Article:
On changes to habeas corpus:
The main operative regulation of the act is to suspend the Common Law and the statute Habeas Corpus (the sole securities either for liberty or justice) with regard to all those who have been out of the realm, or on the high seas, within a given time. The rest of the people, as I understand, are to continue as they stood before…
He continues on the dangers of the gradual diminution of freedom:
…I confess, Gentlemen, that this appears to me as bad in the principle, and far worse in its consequence, than an universal suspension of the Habeas Corpus Act; and the limiting qualification, instead of taking out the sting, does in my humble opinion sharpen and envenom it to a greater degree. Liberty, if I understand it at all, is a general principle, and the clear right of all the subjects within the realm, or of none. Partial freedom seems to me a most invidious mode of slavery. But, unfortunately, it is the kind of slavery the most easily admitted in times of civil discord: for parties are but too apt to forget their own future safety in their desire of sacrificing their enemies. People without much difficulty admit the entrance of that injustice of which they are not to be the immediate victims. In times of high proceeding it is never the faction of the predominant power that is in danger: for no tyranny chastises its own instruments. It is the obnoxious and the suspected who want the protection of law; and there is nothing to bridle the partial violence of state factions but this,—”that, whenever an act is made for a cessation of law and justice, the whole people should be universally subjected to the same suspension of their franchises.” The alarm of such a proceeding would then be universal. It would operate as a sort of call of the nation. It would become every man’s immediate and instant concern to be made very sensible of the absolute necessity of this total eclipse of liberty. They would more carefully advert to every renewal, and more powerfully resist it. These great determined measures are not commonly so dangerous to freedom. They are marked with too strong lines to slide into use. No plea, nor pretence, of inconvenience or evil example (which must in their nature be daily and ordinary incidents) can be admitted as a reason for such mighty operations. But the true danger is when liberty is nibbled away, for expedients, and by parts.
What might Buke have thought about the Military Commissions and the changes to the reliability of evidence required for conviction?
The Habeas Corpus Act supposes, contrary to the genius of most other laws, that the lawful magistrate may see particular men with a malignant eye, and it provides for that identical case. But when men, in particular descriptions, marked out by the magistrate himself, are delivered over by Parliament to this possible malignity, it is not the Habeas Corpus that is occasionally suspended, but its spirit that is mistaken, and its principle that is subverted. Indeed, nothing is security to any individual but the common interest of all… Other laws may injure the community; this dissolves it. As things now stand, every man in the West Indies, every one inhabitant of three unoffending provinces on the continent, every person coming from the East Indies, every gentleman who has travelled for his health or education, every mariner who has navigated the seas, is, for no other offence, under a temporary proscription. Let any of these facts (now become presumptions of guilt) be proved against him, and the bare suspicion of the crown puts him out of the law. It is even by no means clear to me whether the negative proof does not lie upon the person apprehended on suspicion, to the subversion of all justice.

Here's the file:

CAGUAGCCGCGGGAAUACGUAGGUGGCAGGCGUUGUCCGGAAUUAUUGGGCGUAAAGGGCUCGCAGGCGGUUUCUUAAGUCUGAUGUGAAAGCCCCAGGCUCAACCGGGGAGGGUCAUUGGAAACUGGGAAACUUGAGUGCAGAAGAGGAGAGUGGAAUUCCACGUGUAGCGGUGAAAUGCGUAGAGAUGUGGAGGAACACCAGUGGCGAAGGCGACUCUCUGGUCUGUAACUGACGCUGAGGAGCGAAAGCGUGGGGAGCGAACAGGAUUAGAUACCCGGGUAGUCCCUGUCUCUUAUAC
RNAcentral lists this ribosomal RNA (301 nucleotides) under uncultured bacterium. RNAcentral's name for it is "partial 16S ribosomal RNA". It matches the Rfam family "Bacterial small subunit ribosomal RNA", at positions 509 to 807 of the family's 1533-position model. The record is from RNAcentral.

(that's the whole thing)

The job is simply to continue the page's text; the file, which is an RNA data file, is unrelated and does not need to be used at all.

On the Green Zone in Baghdad:
Not one unattacked village which was originally adverse throughout that vast continent has yet submitted from love or terror. You have the ground you encamp on, and you have no more. The cantonments of your troops and your dominions are exactly of the same extent. You spread devastation, but you do not enlarge the sphere of authority.
On pacifists as aiders and abetters of terrorists, and the refusal to negotiate:
I know many have been taught to think that moderation in a case like this is a sort of treason,—and that all arguments for it are sufficiently answered by railing at rebels and rebellion, and by charging all the present or future miseries which we may suffer on the resistance of our brethren. But I would wish them, in this grave matter, and if peace is not wholly removed from their hearts, to consider seriously, first, that to criminate and recriminate never yet was the road to reconciliation, in any difference amongst men… Declaiming on rebellion never added a bayonet or a charge of powder to your military force; but I am afraid that it has been the means of taking up many muskets against you.
On the warmongers sitting in safety and the monies allocated to war:
I should have been in some degree astonished at the continued rage of several gentlemen, who, not satisfied with carrying fire and sword, …are animated nearly with the same fury against those neighbors of theirs, …All this rage against unresisting dissent convinces me, that, at bottom, they are far from satisfied they are in the right. For what is it they would have? A war? They certainly have at this moment the blessing of something that is very like one; and if the war they enjoy at present be not sufficiently hot and extensive, they may shortly have it as warm and as spreading as their hearts can desire. Is it the force of the kingdom they call for? They have it already; and if they choose to fight their battles in their own person, nobody prevents their setting sail to America in the next transports. Do they think that the service is stinted for want of liberal supplies? Indeed they complain without reason. The table of the House of Commons will glut them, let their appetite for expense be never so keen. And I assure them further, that those who think with them in the House of Commons are full as easy in the control as they are liberal in the vote of these expenses. If this be not supply or confidence sufficient, let them open their own private purse-strings, and give, from what is left to them, as largely and with as little care as they think proper.